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Ortonville, Minnesota
November 22, 2011     The Ortonville Independent
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November 22, 2011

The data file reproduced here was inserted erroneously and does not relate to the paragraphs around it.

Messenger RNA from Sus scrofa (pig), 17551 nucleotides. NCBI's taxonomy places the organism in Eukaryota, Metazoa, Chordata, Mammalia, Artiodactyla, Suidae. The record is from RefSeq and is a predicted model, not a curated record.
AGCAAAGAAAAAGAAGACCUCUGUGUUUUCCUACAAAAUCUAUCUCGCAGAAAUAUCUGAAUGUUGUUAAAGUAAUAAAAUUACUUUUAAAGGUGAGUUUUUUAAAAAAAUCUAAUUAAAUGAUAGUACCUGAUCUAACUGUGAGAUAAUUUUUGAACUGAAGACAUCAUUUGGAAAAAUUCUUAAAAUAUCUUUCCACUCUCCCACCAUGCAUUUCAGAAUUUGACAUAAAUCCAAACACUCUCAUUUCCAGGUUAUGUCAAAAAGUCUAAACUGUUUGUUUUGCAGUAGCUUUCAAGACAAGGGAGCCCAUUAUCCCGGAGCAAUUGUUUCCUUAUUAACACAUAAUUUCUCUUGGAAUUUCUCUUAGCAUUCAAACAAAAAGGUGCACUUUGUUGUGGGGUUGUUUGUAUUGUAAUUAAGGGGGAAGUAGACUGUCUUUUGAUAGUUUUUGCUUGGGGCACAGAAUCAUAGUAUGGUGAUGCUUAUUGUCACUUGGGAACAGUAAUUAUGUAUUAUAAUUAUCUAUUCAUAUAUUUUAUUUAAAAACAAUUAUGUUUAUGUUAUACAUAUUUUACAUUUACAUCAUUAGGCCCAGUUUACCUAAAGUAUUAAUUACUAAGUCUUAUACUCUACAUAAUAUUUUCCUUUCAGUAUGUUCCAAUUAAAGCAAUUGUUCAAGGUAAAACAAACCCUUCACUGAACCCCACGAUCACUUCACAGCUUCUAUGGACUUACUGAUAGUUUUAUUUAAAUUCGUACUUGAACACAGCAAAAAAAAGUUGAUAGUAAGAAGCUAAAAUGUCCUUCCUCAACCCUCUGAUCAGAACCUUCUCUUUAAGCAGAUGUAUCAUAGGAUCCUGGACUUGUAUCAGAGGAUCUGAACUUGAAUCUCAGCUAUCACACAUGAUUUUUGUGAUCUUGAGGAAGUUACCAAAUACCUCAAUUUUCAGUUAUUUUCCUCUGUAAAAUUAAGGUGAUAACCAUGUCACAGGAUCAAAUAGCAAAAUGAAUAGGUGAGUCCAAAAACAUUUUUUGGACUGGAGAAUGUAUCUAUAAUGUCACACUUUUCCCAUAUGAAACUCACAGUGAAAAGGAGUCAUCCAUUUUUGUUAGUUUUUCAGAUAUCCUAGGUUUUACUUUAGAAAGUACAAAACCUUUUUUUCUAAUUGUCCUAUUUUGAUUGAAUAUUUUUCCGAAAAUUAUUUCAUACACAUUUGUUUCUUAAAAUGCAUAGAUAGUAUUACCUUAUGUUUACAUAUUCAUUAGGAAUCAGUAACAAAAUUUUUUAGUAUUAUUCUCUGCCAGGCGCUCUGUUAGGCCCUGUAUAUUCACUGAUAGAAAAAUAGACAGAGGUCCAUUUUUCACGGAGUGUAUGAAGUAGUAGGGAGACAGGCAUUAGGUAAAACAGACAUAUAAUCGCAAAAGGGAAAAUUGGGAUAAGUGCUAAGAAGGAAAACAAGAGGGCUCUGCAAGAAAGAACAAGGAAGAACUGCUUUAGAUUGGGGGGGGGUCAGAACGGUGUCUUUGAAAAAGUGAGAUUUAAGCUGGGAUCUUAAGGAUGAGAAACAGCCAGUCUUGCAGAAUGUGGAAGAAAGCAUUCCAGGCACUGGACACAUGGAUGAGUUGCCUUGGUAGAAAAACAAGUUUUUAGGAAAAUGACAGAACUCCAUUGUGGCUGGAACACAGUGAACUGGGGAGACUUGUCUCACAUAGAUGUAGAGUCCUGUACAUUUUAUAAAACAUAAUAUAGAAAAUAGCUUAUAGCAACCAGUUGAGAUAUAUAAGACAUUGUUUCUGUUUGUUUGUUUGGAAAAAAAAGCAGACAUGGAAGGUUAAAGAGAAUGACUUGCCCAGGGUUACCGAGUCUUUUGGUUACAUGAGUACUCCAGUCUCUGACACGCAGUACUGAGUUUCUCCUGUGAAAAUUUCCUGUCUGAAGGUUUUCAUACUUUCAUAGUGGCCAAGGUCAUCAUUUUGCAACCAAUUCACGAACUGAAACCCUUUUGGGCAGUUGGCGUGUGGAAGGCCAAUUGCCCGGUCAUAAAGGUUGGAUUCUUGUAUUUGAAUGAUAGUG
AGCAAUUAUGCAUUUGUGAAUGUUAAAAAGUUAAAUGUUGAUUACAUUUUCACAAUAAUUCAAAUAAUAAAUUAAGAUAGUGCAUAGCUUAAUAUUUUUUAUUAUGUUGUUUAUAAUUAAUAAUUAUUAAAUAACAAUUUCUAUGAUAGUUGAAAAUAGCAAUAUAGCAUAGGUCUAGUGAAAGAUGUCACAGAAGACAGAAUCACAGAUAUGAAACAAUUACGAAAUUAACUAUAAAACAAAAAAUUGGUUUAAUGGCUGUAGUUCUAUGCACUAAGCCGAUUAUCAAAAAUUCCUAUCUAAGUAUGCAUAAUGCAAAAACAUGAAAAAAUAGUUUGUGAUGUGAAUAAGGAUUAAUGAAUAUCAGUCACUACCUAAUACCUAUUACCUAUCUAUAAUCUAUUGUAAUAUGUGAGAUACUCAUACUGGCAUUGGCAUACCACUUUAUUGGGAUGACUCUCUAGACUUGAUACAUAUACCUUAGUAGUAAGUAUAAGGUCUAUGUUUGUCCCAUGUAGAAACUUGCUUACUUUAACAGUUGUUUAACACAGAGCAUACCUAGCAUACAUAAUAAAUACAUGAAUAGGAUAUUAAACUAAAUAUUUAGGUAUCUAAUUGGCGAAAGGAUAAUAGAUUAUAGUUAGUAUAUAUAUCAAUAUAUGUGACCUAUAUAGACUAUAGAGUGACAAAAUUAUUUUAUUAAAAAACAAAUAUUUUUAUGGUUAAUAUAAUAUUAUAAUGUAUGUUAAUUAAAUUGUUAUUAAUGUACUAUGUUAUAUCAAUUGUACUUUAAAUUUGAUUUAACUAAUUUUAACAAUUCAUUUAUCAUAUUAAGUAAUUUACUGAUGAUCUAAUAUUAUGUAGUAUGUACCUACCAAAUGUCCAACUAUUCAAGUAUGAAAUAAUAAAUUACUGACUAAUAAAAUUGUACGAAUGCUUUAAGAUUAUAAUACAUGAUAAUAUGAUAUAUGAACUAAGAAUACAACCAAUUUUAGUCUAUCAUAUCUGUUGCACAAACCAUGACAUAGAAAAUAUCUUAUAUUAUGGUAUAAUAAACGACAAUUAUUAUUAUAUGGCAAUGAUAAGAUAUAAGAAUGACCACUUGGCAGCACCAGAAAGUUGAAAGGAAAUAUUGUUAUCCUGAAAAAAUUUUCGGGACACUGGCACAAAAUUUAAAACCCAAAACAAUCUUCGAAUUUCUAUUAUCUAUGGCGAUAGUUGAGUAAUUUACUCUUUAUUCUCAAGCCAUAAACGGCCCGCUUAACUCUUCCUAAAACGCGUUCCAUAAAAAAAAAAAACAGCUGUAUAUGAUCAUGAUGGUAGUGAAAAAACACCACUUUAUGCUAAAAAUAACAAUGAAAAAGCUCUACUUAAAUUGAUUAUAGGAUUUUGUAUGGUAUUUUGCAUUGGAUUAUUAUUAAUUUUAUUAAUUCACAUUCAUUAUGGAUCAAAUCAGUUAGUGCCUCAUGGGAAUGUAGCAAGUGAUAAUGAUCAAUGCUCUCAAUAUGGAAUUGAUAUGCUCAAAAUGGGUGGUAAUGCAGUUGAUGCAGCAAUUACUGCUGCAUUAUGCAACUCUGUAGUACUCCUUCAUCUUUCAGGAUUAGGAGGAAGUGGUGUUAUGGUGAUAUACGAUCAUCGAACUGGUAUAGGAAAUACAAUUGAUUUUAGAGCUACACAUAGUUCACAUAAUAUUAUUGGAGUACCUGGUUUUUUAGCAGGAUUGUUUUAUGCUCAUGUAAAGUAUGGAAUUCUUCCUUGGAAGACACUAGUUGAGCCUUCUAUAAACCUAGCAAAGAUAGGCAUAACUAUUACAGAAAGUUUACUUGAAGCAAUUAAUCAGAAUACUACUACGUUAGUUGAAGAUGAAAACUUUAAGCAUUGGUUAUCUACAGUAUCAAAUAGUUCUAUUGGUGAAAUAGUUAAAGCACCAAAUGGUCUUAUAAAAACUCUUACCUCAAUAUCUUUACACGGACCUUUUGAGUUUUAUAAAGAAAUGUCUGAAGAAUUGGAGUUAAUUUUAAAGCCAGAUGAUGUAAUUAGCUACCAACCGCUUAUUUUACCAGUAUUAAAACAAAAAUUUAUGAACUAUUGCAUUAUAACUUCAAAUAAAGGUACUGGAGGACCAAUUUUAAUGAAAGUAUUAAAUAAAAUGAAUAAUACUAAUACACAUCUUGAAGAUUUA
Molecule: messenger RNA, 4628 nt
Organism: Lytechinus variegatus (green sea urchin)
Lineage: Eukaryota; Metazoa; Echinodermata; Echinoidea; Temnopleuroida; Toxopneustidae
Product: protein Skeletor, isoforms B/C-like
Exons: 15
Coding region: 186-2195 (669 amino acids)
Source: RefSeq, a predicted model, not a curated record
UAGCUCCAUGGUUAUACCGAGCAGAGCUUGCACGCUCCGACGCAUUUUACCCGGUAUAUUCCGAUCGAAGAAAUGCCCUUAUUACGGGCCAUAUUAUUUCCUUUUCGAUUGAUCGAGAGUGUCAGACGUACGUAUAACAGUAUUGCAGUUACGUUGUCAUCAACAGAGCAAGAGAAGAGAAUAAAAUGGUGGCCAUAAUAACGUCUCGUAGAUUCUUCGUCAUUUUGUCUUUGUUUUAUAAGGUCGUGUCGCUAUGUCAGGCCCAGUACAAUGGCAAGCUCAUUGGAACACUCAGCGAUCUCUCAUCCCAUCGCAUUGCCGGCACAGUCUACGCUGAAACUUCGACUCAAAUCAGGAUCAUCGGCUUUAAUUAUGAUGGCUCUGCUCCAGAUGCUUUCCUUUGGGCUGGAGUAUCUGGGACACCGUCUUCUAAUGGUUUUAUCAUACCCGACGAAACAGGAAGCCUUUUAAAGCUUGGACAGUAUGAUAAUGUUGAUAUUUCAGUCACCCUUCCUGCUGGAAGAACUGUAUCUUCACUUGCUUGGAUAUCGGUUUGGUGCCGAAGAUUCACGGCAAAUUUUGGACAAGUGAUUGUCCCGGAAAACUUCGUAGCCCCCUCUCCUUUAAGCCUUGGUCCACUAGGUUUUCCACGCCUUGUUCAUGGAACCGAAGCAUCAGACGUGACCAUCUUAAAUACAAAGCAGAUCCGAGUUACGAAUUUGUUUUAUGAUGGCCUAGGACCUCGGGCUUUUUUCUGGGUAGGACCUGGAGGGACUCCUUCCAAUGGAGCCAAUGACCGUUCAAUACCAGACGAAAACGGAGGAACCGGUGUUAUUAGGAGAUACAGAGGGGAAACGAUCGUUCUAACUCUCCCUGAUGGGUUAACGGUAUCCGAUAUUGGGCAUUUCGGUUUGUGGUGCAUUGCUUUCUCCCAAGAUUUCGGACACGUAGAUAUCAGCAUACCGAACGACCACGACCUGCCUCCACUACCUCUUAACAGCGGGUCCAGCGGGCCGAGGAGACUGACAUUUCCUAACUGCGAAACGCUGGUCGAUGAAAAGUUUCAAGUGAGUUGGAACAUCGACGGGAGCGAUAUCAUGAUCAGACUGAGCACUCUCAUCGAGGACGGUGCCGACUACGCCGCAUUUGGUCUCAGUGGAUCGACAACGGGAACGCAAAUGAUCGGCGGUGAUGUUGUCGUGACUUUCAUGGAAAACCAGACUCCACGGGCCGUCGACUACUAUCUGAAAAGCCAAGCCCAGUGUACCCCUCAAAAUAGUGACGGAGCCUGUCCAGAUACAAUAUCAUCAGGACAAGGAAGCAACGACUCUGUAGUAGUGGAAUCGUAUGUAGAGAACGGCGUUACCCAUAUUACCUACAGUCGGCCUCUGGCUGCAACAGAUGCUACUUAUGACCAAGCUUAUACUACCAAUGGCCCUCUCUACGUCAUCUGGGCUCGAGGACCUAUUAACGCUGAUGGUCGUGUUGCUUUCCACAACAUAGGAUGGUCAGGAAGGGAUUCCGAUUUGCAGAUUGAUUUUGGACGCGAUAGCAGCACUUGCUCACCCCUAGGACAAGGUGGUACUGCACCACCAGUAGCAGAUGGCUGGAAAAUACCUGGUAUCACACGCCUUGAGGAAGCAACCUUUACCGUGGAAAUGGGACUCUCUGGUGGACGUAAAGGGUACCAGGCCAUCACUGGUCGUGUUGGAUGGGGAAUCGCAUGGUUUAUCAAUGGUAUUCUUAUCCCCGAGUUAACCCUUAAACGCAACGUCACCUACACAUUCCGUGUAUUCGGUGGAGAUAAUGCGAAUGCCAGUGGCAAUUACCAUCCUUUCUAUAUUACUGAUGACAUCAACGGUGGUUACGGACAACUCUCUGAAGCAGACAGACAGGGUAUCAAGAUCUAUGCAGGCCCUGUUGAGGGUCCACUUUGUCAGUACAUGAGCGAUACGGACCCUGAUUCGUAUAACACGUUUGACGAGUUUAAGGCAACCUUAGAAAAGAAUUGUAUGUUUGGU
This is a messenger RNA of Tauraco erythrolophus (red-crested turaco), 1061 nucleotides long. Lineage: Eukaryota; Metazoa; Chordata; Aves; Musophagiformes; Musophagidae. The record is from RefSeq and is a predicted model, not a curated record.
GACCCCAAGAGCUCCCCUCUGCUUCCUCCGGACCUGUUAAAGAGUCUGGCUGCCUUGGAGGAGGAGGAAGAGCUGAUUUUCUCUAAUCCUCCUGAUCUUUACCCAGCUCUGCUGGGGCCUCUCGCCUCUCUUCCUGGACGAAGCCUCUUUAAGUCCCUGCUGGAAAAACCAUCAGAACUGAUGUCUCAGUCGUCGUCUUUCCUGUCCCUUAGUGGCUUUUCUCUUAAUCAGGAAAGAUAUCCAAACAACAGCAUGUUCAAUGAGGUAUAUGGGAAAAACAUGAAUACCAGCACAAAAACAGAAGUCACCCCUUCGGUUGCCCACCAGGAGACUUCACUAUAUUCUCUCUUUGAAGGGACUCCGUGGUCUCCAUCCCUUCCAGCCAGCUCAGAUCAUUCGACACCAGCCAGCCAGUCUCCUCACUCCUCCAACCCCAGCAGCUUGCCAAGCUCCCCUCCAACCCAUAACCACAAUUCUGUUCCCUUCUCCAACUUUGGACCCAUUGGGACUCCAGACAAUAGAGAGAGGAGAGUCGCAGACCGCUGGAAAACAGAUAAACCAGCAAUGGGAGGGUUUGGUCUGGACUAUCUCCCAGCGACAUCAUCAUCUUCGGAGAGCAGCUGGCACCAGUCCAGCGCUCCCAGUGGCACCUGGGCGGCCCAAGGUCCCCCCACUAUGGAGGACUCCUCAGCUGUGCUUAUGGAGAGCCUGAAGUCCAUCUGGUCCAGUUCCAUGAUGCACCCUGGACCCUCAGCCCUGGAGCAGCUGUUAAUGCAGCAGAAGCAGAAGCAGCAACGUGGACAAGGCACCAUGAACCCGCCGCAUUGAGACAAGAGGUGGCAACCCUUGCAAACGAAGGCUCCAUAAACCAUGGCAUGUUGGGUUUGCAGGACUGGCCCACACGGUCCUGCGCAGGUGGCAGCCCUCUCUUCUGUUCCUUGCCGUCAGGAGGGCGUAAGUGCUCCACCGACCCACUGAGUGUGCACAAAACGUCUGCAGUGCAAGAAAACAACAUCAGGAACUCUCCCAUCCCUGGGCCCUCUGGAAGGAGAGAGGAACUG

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.4 ), Stabbing (continued from page one) bail in the amount of $20,000 with bond being posted at $2,000. Condi- tions he was to meet for his release in- cluded having no contact with the Thielke girls or their parents. Authorities assisting the Big Stone Sheriff's Department in the two cases include the police departments from Ortonville, Madison, Big Stone City, SD, and Milbank, SD; sheriff's de- partments from Lac qui Parle and Grant County, the Minnesota Bureau of Criminal Apprehension, Minnesota DNR, West Central SWAT Team, Or- tonville Ambulance and Big Stone County Emergency Management. According to the girls' mother, Michelle Patterson, Hayley is expected to be in the hospital for quite some time. She has undergone two surgeries, one to repair damage to her diaphram and to insert chest tubes to drain blood from her lungs which had collapsed and a second to perform reconstruc- tive work, with more reconstructive surgery expected. "We greatly appreciate all the thoughts and prayers extended to Hay- ley and our family," said Patterson. "She "has a very long road ahead of her." Cards can be sent to Hayley in c/o Sanford Hospital, Critical Care 2000, 1305 W, 18th Street, Sioux Falls, SD 57117 Farmers' last chance to w!n $2,500 for thezr commun=t=es During the season of giving, Min- nesota farmers can get into the holiday spirit by signing up to win $2,500 for their favorite local nonprofit organiza- tions through America's Farmer's Grow Communities s", sponsored by the Monsanto Fund. One farmer in each of Minnesota's 70 participating counties will win. Those farmers can share their holiday cheer with food pantries, fire departments, students at local schools and others by signing up and desig.nating an organization in their commumty. Food pantries give food to the hun- gry all year round; though, the need for food can be magnified around the hol- idays. "In the summer, we notice the do- nation shelves can get a little bare, so, we used the $2,500 during that time," said Sonja Ellner, executive director of the Dorothy Day Food Pantry. "This donation is very beneficial to the com- munity. It's neat that we're all con- nected -the winning farmer who grows the food that we'll be delivering to those who need it." This year, the program has ex- panded to include a total of 1,245 counties. The addition of 41 new coun- ties will result in an additional $102,500 in donations. In Minnesota, the Monsanto Fund will invest a total of $175,000 toward nonprofit organi- zations in rural communities. Now through Nov. 30, 2011, farm- ers can apply online at www.grow-, or call 1-877-267-3332 to apply by phone. A $1 donation will be made to local United Way chapters for each farmer who signs up, to further enhance the in- vestment in rural communities. Farm- ers who meet program eligibility requirements may enter regardless of involvement with previous Grow Com- munities programs. One winner will be selected at random from each of the 1,245 eligible counties, and the Mon- santo Fund will announce winning farmers and recipient nonprofits in Jan- uary 2012. Eligible counties in Minnesota in- clude Becker, Benton, Big Stone, Blue Earth, Brown, Carver, Chippewa, Chis- ago, Clay, Cottonwood, Dakota, Dodge, Douglas, Faribault, Fillmore, Freeborn, Goodhue, Grant, Hennepin, Houston, Isanti, Jackson, Kandiyohi, Kittson, Lac Qui Parle, Le Sueur, Lin- coln, Lyon, Mahnomen, Marshall, Martin, McLeod, Meeker, Mille Lacs, Morrison, Mower, Murray, Nicollet, Nobles, Norman, Olmsted, Otter Tail, Pennington, Pine, Pipestone, Polk, Pope, Red Lake, Redwood, Renville, Rice, Rock, Roseau, Scott, Sherburne, Sibley, Stearns, Steele, Stevens, Swift, Todd, Traverse, Wabasha, Waseca, Washington, Watonwan, Wilkin, Winona, Wright and Yellow Medicine. Visit to sign up and to learn more about America's Farmers Grow Communi- ties. This program is part of a broad commitment by Monsanto Fund to in- vest in farm communities, in order to highlight the important contributions farmers make every day to our society. Scholarship opportu nity for MN students now available An application for one of America's most highly regarded and well-publi- cized scholarship awards in now avail- able online untilDec. 15. Since 2003, the National Federation of Independent Business's Young Entrepreneur Foun- dation has awarded 2,095 scholarships to graduating high school seniors total- ing $2,382,000. Minnesota high school seniors wishing to apply for a 2012 scholarship can go online at until Dec. 15. The nomination period by an NFIB member will occur Feb. 1 to March 1, 2012. NFIB members can also go to the same online address to make a tax- deductible contribution to the program. The NFIB Young Entrepreneur Award recipients willattend the uni- versity, college, community college, or vocational/technical institute of their choice with $1,000-$10,000 in tuition assistance from the NFIB Young En- trepreneur Foundation. In June of this ear, NFIB YEF also honored four stu- ents selected as $5,000 scholarships winners of which one was from Min- nesota, and named the "2011 Young Entrepreneur of the Year" who was awarded a $10,000 scholarship. To qualify for a YEF Award, stu- dents must be running their own busi- ness. They are reqmred to write an essay describing their entrepreneurial endeavors and future goals. Standard- ized test scores, GPA, and class rank are also considered in the selection process. NFIB members around the country nominate applicants for the Young Entrepreneur Awards. An inde- pendent, outside committee selects a group of qualified semi-finalists. For further information, please call or send an email to NFIB/Minnesota Member Support Manager Carolyn Hutsen at 608-255-6083, carolyn.hut- 47" Class Cinema 3D 1080p D LCD W with 3D Blu-ray TM Player and 4 pairs of 3D glasses included Cash & Prices Good Nov. 25 & 26 Only! Samsung Stratos FREE 2yr. price $49,99 -$50 mail-in rebate debit card Data pak required Pantech TM Breakout FREE 2yr. price $49.99 I mail-in rebate debit card pak required .... Droid 3 by Motorola s99.99 2yr. price $99.99 Data pak required 320-839-3264 n fee/line: $#% IMPORTANT CONSUMER iNFORMATION: Subject to Cust Agmt, Calling Plan, rebate form & credit approval. Up to $175 torminat on  ($350 for advanced devices) & addq s apply to device capebglUes. OffOrs & covage,  by svc, not availaMe everywhere;, see, While supplies laM, ReStocking fee may apply. Limited time offer. Rebate debitcard takes up to 6 vats & exres in 12 months, (c) 2011 Vedzon Wireless* Card shower set for Malsoms 40th Don and Jenny (Kaiser) Malsom of Mina will celebrate their 40th wedding anniversary Nov. 27. They have four children: Steve (Nancy) Malsom, Chelle (Richard) Mikkelsen, Kristi (Gabe) Dutenhoef- fer, and Beth Malsom (Nathan Locken); and seven grandchildren. Greetings may be sent to 36787 130th Street, Mina, SD, 57451. Call Independent with local news Gail Maxwell will be gone Nov. 23 through Dec. 11. Please call the Or- tonville Independent with any news at (320) 839-6163. t 4 Area news digest I MADISON- An early morning bus accident yielded only minory injuries, as Lac qui Parle Valley School District escaped a heart-sinking situation. Accord- ing to the Minnesota State Patrol, at approximately 7:40 a.m., Wednesday, a t the intersection of Hwy 12 and Hwy 59 north of Holloway, Lac qui Parle Valley school bus No. 5 drove off the road into the ditch before coming to a stop in a field. The report indicated the bus, traveling east bound on Hwy. 12, went into the oncoming traffic lane, then overcorrected, sending it into the ditch. The bus, driven by Leonard J. Meyer, 70, of Appleton, was carrying 10 passengers at the time. Only one student, Kristen M. Schliep, 17, of Holloway, was injured, re- ceiving minor injuries. She was transported to Stevens County Hospital in Mor- ris. Meyer also received minor injuries and was transported to Appleton Hospital. According to LqPV Superintendent Intern Renae Tostenson, all stu- dents on the bus were checked by emergency medical personnel at the scene of the accident; nine of them had no injuries. SWIFT COUNTY-While Swift County's five county commissioners are unan- imous in their agreement to move from electing the positions of auditor, treas- urer and recorder to appointing them, they have run into a roadblock. Sen. Gary Kubly and Rep. Andrew Falk both met with the board stating they would not carry legislation in 2012 allowing the offices to become appointive. There is a second option of going to the voters to approve a referendum giving the county board authority to appoint the positions. MONTEVIDEO- Luther Haven employees walked the picket line recently to voice concern about staffing, pay and worker retention at the Montevideo facil- ity. Luther Haven management offered a three year contract freezing wages, with the average yearly income of a caregiver $21,000 a year. All of the em- ployees are members of the Service Employees International Union. WHEATON-The WHN Warrior Nation are heading to Minneapolis this week- end. The Wheaton-Herman-Norcross football team will be playing Kittson County Central Saturday in the Metrodome. Kick-off is set for 8 a.m. The win- ner of Saturday's game will play in the Prep Bowl the day after Thanksgiving. i The Warriors won a place in the state semi-finals for the first time since the 20071 season by beating Spring Grove last Saturday. Ortonville News By Gail Maxwell 839-2207 Saturday, Nov. 12 Frank and Theresa Kovarik of Rosemount came to visit Theresa's mother Phyllis Schluter. Frank and Theresa did some chores around the house. They had a good time visiting. On Saturday night, Nov. 12 Phyllis Schluter attended the Veterans Day din- ner at the Legion in Big Stone City. She was accompanied by her brother Pat Kvidera and her sister Jerri Van Hout. It was an impressive program and the food was good. Extension club met Wednesday, Nov. 9 at Fairway View. They saw a movie on health issues and played a game. Marge Lindholm served a deli- cious lunch. Students from St. Joseph's and St. John's will be going to Montevideo High School to hear Pam Stenzers pres- entation on abstinence on Wednesday, Nov. 30 at 7 p.m. She gives a very lively, informative, powerful talk. Parents and the general public are also welcome to attend. David Stolpman is leaving North- ridge later in the week of Nov. 14. He is doing fine. Jim and Lany McKinney enjoyed an overnight visit from their son Darell McKinney from Lafayette on Monday, Nov. 14. The Homerite residents on Thurs- day, Nov. 10 enjoyed an evening meal of homemade vegetable beef soup. Matt Lamb's parents of Canada came on Tuesday, Nov. 8 and left Mon- day, Nov. 14. They baby-sat while Laura Lamb attended a conference in the Cities on Wednesday and Thursday. Matt took some students to Augstana in Sioux Falls on Friday and Saturday. Gen Adelman's daughter Laurie Zempel of Aurora, CO had been visit- ing her mother since Oct. 19. On Nov. 9 Gen, Laurie, and Gen's son Don of Or- tonville visited Gen's family in the Cities. Gen has five children living there; so they did lots of visiting. Gen, Laurie, Vicky, Don, and two grand' daughters went to the Como Zoo. Gen, Laurie, and Don visited Gen's daughter Marge and Mike Knudson of Montev- ideo. Jeanne Berg attended Christian Women's Club at Zion Lutheran Church on Tuesday, Nov. 15 at 9 a.m. The spe- cial feature was the Hands Across the Lake Quilt Guild. They showed quilts. Erlys Sis spoke for the Guild. The music was vocal soloist Brent Zahrbock of Ortonville. The inspirational speaker was Gayle Gilbertson of Aitkin. The morning brunch was well attended. Marilyn Carlson visited Blanche Twist of Northridge on Monday, Nov. 14. Delores Karels' cousin Ron Nordick visited Delores on Saturday, Nov. 12. Oscar and Jane Streed attended the Veterans Day program given by the stu- dents of Ortonville school on Friday, Nov. 11. In the evening they enjoyed the Veterans Day dinner at the VFW. This was a great way to keep Veterans Day in minds and hearts. Sally Tyler from Hayden, CO is Awards presented at LQP County 4-H Awards Night Over 150 awards were presented by sponsors and council officers to 4- H members, leaders and volunteers at a packed-house 4-H Awards Night. The program designed around the theme "Join the Revolution of Re- sponsibility" by current and upcom- ing 4-H Leaders Council officers and Ambassadors, was a celebration of our strengths and accomplishments and a challenge for the future. The program included the initiation of the first year members, installation of of- ficers, awards presentations, and a speech titled "What 4-H Has Meant to Me" by Kalyn Gloege, Past President. Ricl0 Kallhoff, 2011-2012 Leaders Council President, was emcee for the evening. Special guests included: Linda Anderson, Kiwanis, Clair An- derson, Lac qui Parle County Fair Board, and Dave Cralgmile, LqP Farm Bureau. Also involved in facilitating the evening's program were Mary Ann Anderson, 4-H Program Coordinator and the Lac qui Parle County 4-H Am- bassadors. Volunteers presenting awards included: Kalyn Glooge, Marissa Kemen, Jacinta and Mary Roggenbuck, Ricki Kallhoff, Michael Stottler, MacKenzie Streich, Jocelyn Wittnebel, Mariah Schacherer and Maizie Schacherer. Angela Ingalls served as the official photographer. Laurie and Rebecca Kallhoff helped with the decorations and served cake. coming home for a few days to visit her mother Vi Hansen, who lives at Fair- way View. Sally is also going to visit friends and relatives. The Caregivers met at Fairway View on Monday, Nov. 14 at 2 p.m. for their monthly meeting. Zelda Kohl visited Palmy Gutzman on Thursday afternoon. Visiting with Dorothy Gmiterko from Nov. 12 to the 17 is her daughter Dorothy Shveima from Thousand Oakes, California. They have done many things including a shopping trip, playing bingo, going out to eat, and just visiting. It has been a wonderful time. She also helped Dorothy do some holi- day decorating. Tuesday night, Nov. 15 the Big Stone Arts Council held their annual meeting and celebration at Java Jules. They elected new directors and officers and celebrated a successful year of art's programs and events. LaVonne Beachem's sister Charlene and husband Dave of Baltic, SD and their son James of Sioux Falls came for the Veterans Day dinner at the Legion and to visit Gary and LaVonne Beachem. They came Friday, Nov. 11 and left Saturday, Nov. 12 after the din- ner. Inga Koeckeritz spent the Nov. I 1 weekend at Ralph and Julie Braun's home. On Sunday Inga visited with her son Jim and Brenda Steen. Also there were Jeff and Wendy Steen from Va- lencia, Spain. Inga's grandchildren from the Cities area were all there at Jim's. Peer support group set Nov. 29 Peer Support group open to all in- terested in the age group of 18-35. Self-esteem skills, social interaction, games and more. We will also provide snacks ! ! Our first meeting will be held Tues- day, Nov. 29 from 3 to 4 p.m. at the Rural Support Services office on main street, 213 SE 2nd Street, Ortonville. WIC voucher pickup for Dec. Dec. h Multi Media Room, Madi- son, 9 a.m. to 1 p.m. Dec. 6: Countryside Public Health Office, 9 a.m. to 1 p.m. Dec. 12: Countryside Public Health Office, Benson, 9 a.m. to 4:30 p.m. Dec. 15: City Buiding, Appleton, 9 a.m. to 1 p.m. Dec. 20: Countryside Public Health Office, Montevideo, 9 a.m. to 3 p.m. Thanksgiving Worship Invite a neighbor or friend to come along and join us in thanks and praise on Thanksgiving Eve. Thanksgiving offering is designated for the Big Stone Lake Area Food Shelf and for Kids Against Hunger. First English Lutheran Church ..... 9 NW 3rd Street Ortonville, MN 320-839-2527 Service will be broadcast over KDIO radio. . 9 Tuesday, Nov. 22, 2011 00INDEPENDENT Page 3